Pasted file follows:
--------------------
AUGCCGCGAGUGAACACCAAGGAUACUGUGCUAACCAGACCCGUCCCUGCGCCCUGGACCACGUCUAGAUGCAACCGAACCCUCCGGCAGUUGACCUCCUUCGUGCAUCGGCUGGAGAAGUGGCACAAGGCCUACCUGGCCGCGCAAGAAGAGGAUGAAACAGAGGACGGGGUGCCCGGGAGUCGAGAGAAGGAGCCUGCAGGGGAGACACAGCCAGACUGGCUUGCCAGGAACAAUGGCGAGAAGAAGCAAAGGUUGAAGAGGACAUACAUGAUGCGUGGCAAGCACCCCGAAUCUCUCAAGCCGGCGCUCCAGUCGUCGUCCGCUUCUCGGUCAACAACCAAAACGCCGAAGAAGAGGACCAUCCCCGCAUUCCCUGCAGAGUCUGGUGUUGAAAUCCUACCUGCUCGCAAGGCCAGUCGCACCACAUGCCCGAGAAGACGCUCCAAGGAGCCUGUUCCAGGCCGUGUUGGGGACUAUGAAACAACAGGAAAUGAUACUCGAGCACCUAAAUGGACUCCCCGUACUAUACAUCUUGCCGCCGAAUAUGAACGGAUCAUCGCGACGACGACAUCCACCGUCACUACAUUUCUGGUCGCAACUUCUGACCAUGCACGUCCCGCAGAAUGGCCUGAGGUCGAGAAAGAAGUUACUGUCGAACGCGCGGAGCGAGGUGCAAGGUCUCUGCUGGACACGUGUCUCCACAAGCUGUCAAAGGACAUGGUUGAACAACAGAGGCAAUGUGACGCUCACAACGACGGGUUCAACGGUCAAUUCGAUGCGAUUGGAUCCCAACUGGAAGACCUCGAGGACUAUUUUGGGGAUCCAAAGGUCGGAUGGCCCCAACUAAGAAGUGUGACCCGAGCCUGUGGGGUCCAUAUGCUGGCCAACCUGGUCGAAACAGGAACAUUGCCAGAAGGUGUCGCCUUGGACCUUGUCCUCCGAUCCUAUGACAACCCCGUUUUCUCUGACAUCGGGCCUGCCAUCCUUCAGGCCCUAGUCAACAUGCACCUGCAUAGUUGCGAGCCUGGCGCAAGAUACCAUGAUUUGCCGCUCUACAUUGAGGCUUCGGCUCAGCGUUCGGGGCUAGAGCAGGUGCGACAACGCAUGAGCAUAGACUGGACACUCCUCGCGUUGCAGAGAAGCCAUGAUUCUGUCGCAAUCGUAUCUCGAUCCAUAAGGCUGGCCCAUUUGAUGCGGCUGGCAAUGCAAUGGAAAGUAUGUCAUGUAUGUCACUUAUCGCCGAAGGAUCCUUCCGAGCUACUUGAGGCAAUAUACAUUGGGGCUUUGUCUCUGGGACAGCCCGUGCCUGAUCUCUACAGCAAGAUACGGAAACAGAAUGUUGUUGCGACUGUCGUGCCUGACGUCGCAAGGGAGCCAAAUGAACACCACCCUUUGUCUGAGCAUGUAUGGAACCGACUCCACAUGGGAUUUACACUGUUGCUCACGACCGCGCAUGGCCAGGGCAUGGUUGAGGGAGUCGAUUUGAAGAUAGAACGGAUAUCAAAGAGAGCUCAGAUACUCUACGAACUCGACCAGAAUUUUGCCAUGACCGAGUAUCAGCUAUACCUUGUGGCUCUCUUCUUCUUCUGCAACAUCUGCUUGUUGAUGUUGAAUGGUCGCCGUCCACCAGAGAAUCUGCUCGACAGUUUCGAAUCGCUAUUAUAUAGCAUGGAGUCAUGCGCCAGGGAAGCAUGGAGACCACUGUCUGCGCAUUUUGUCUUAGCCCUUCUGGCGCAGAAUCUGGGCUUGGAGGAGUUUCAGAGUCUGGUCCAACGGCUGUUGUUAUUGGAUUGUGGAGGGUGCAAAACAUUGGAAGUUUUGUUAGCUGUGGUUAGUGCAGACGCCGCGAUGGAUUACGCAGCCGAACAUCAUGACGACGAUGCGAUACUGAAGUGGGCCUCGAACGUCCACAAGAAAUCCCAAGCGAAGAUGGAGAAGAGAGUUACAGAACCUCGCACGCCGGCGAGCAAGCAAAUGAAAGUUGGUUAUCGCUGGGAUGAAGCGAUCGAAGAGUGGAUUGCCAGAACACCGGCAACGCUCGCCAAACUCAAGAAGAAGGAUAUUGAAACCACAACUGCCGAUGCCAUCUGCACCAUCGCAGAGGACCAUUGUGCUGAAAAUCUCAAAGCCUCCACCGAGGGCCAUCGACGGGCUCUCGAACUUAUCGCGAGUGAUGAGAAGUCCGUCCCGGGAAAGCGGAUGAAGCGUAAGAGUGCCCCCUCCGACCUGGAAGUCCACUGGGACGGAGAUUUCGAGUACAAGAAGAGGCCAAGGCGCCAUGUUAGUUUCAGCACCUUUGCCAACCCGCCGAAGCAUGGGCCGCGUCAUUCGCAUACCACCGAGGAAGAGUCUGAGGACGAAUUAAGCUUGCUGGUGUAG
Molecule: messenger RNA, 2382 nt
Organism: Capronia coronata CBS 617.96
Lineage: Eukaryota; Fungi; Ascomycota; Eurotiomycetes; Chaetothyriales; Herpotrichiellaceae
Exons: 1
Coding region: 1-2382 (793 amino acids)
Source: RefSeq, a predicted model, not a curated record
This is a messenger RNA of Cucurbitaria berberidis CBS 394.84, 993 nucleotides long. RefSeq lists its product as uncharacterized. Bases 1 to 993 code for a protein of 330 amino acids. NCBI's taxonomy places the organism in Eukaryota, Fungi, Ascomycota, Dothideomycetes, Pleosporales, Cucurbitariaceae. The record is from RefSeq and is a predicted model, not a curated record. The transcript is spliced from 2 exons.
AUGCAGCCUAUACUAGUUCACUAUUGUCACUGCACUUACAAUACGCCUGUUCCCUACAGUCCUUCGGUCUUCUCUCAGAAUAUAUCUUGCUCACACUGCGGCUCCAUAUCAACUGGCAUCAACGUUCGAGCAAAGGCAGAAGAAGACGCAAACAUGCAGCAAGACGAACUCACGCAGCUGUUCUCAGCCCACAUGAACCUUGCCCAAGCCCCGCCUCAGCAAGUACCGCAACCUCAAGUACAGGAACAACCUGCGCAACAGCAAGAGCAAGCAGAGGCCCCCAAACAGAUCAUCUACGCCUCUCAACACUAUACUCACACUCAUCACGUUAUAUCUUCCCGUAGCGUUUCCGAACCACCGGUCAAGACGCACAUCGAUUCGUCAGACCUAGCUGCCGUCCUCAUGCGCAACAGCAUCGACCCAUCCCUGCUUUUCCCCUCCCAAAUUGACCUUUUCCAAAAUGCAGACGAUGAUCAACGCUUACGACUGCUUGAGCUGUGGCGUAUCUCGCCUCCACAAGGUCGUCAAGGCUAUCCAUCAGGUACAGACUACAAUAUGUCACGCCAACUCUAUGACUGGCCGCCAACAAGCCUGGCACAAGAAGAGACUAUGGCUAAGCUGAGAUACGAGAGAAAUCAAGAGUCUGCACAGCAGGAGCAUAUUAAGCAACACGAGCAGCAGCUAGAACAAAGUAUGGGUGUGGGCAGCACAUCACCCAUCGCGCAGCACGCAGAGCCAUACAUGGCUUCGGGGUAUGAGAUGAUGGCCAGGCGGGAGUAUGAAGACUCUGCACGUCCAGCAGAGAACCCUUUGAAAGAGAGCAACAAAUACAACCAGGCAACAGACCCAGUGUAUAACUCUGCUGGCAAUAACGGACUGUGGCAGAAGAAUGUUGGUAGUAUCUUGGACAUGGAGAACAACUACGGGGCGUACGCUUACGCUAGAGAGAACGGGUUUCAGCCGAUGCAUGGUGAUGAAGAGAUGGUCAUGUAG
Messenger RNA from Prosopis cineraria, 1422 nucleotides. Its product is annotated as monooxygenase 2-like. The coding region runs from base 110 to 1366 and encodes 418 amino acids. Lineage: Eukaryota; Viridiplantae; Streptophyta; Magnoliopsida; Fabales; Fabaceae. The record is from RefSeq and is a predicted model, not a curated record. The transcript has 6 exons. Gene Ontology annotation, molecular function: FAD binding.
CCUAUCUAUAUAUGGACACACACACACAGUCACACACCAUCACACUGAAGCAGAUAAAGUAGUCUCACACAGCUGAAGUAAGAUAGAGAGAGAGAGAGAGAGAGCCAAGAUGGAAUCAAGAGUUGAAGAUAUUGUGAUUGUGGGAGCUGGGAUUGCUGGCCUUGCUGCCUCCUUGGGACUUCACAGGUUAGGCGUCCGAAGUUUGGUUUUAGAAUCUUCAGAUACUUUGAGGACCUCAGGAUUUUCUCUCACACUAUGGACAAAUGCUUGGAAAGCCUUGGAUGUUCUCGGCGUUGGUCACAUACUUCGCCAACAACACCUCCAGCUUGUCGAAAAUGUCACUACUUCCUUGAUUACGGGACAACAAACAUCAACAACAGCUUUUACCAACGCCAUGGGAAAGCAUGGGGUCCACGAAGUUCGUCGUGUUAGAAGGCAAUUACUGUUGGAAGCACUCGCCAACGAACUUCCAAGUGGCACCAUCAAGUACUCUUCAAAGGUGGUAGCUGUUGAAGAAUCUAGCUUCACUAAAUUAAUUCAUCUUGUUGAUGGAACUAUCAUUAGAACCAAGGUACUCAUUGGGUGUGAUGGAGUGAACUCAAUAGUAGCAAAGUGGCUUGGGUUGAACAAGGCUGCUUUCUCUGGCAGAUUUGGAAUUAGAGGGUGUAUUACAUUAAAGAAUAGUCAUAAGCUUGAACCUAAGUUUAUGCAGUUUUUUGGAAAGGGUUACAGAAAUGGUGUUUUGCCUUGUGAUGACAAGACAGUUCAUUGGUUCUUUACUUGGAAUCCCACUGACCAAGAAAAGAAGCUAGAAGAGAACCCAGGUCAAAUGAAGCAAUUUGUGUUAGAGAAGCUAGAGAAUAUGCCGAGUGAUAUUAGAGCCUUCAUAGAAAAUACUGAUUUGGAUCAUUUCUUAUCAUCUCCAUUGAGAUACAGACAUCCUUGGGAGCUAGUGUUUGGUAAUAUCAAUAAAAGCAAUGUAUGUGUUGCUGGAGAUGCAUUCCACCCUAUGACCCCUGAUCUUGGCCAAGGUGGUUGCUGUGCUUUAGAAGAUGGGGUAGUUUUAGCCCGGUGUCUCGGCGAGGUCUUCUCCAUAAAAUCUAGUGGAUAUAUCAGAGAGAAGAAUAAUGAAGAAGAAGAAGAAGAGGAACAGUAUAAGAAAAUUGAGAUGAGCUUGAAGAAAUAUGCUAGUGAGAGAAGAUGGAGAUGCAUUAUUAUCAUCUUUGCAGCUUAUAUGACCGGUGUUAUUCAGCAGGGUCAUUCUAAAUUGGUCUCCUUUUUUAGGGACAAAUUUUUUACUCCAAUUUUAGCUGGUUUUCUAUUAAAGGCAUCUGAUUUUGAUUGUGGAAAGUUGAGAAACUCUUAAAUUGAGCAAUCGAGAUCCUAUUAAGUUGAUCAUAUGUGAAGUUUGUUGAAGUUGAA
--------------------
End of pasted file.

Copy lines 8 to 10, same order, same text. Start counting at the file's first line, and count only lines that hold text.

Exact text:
This is a messenger RNA of Cucurbitaria berberidis CBS 394.84, 993 nucleotides long. RefSeq lists its product as uncharacterized. Bases 1 to 993 code for a protein of 330 amino acids. NCBI's taxonomy places the organism in Eukaryota, Fungi, Ascomycota, Dothideomycetes, Pleosporales, Cucurbitariaceae. The record is from RefSeq and is a predicted model, not a curated record. The transcript is spliced from 2 exons.
AUGCAGCCUAUACUAGUUCACUAUUGUCACUGCACUUACAAUACGCCUGUUCCCUACAGUCCUUCGGUCUUCUCUCAGAAUAUAUCUUGCUCACACUGCGGCUCCAUAUCAACUGGCAUCAACGUUCGAGCAAAGGCAGAAGAAGACGCAAACAUGCAGCAAGACGAACUCACGCAGCUGUUCUCAGCCCACAUGAACCUUGCCCAAGCCCCGCCUCAGCAAGUACCGCAACCUCAAGUACAGGAACAACCUGCGCAACAGCAAGAGCAAGCAGAGGCCCCCAAACAGAUCAUCUACGCCUCUCAACACUAUACUCACACUCAUCACGUUAUAUCUUCCCGUAGCGUUUCCGAACCACCGGUCAAGACGCACAUCGAUUCGUCAGACCUAGCUGCCGUCCUCAUGCGCAACAGCAUCGACCCAUCCCUGCUUUUCCCCUCCCAAAUUGACCUUUUCCAAAAUGCAGACGAUGAUCAACGCUUACGACUGCUUGAGCUGUGGCGUAUCUCGCCUCCACAAGGUCGUCAAGGCUAUCCAUCAGGUACAGACUACAAUAUGUCACGCCAACUCUAUGACUGGCCGCCAACAAGCCUGGCACAAGAAGAGACUAUGGCUAAGCUGAGAUACGAGAGAAAUCAAGAGUCUGCACAGCAGGAGCAUAUUAAGCAACACGAGCAGCAGCUAGAACAAAGUAUGGGUGUGGGCAGCACAUCACCCAUCGCGCAGCACGCAGAGCCAUACAUGGCUUCGGGGUAUGAGAUGAUGGCCAGGCGGGAGUAUGAAGACUCUGCACGUCCAGCAGAGAACCCUUUGAAAGAGAGCAACAAAUACAACCAGGCAACAGACCCAGUGUAUAACUCUGCUGGCAAUAACGGACUGUGGCAGAAGAAUGUUGGUAGUAUCUUGGACAUGGAGAACAACUACGGGGCGUACGCUUACGCUAGAGAGAACGGGUUUCAGCCGAUGCAUGGUGAUGAAGAGAUGGUCAUGUAG
Messenger RNA from Prosopis cineraria, 1422 nucleotides. Its product is annotated as monooxygenase 2-like. The coding region runs from base 110 to 1366 and encodes 418 amino acids. Lineage: Eukaryota; Viridiplantae; Streptophyta; Magnoliopsida; Fabales; Fabaceae. The record is from RefSeq and is a predicted model, not a curated record. The transcript has 6 exons. Gene Ontology annotation, molecular function: FAD binding.